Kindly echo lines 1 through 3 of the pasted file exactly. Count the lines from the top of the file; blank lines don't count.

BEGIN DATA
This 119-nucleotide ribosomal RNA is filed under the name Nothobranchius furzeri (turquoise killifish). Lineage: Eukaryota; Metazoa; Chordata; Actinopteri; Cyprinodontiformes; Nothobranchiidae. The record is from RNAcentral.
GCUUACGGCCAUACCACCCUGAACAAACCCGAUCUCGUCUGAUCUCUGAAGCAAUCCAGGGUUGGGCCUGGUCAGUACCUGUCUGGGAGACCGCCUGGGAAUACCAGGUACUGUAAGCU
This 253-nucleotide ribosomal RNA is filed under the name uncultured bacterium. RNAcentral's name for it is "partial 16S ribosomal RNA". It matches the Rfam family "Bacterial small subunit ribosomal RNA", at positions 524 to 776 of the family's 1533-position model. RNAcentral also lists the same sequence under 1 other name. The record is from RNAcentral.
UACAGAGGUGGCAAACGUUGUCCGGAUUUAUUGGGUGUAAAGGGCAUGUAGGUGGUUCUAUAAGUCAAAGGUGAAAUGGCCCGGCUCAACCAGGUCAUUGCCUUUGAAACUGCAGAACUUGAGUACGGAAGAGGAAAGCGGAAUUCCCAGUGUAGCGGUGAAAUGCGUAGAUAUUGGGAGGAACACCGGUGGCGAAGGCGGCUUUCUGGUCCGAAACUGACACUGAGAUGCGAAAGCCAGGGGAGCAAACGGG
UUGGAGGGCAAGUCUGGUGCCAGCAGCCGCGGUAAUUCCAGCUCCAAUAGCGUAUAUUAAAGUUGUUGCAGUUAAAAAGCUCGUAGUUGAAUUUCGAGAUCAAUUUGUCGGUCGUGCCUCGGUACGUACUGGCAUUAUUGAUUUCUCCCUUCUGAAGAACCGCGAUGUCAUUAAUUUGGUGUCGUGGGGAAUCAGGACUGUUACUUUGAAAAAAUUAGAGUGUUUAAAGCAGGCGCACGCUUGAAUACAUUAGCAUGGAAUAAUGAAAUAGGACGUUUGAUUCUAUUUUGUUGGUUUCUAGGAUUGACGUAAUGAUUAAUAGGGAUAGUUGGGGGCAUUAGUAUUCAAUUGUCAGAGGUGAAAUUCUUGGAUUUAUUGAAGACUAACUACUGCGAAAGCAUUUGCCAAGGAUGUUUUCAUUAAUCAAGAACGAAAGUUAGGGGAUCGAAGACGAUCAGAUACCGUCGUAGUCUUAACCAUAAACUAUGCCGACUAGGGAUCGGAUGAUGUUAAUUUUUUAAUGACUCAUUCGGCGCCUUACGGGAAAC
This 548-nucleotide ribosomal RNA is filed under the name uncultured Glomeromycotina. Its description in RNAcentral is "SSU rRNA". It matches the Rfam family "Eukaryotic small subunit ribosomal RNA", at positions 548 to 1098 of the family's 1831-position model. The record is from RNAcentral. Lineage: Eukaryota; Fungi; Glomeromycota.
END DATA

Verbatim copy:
This 119-nucleotide ribosomal RNA is filed under the name Nothobranchius furzeri (turquoise killifish). Lineage: Eukaryota; Metazoa; Chordata; Actinopteri; Cyprinodontiformes; Nothobranchiidae. The record is from RNAcentral.
GCUUACGGCCAUACCACCCUGAACAAACCCGAUCUCGUCUGAUCUCUGAAGCAAUCCAGGGUUGGGCCUGGUCAGUACCUGUCUGGGAGACCGCCUGGGAAUACCAGGUACUGUAAGCU
This 253-nucleotide ribosomal RNA is filed under the name uncultured bacterium. RNAcentral's name for it is "partial 16S ribosomal RNA". It matches the Rfam family "Bacterial small subunit ribosomal RNA", at positions 524 to 776 of the family's 1533-position model. RNAcentral also lists the same sequence under 1 other name. The record is from RNAcentral.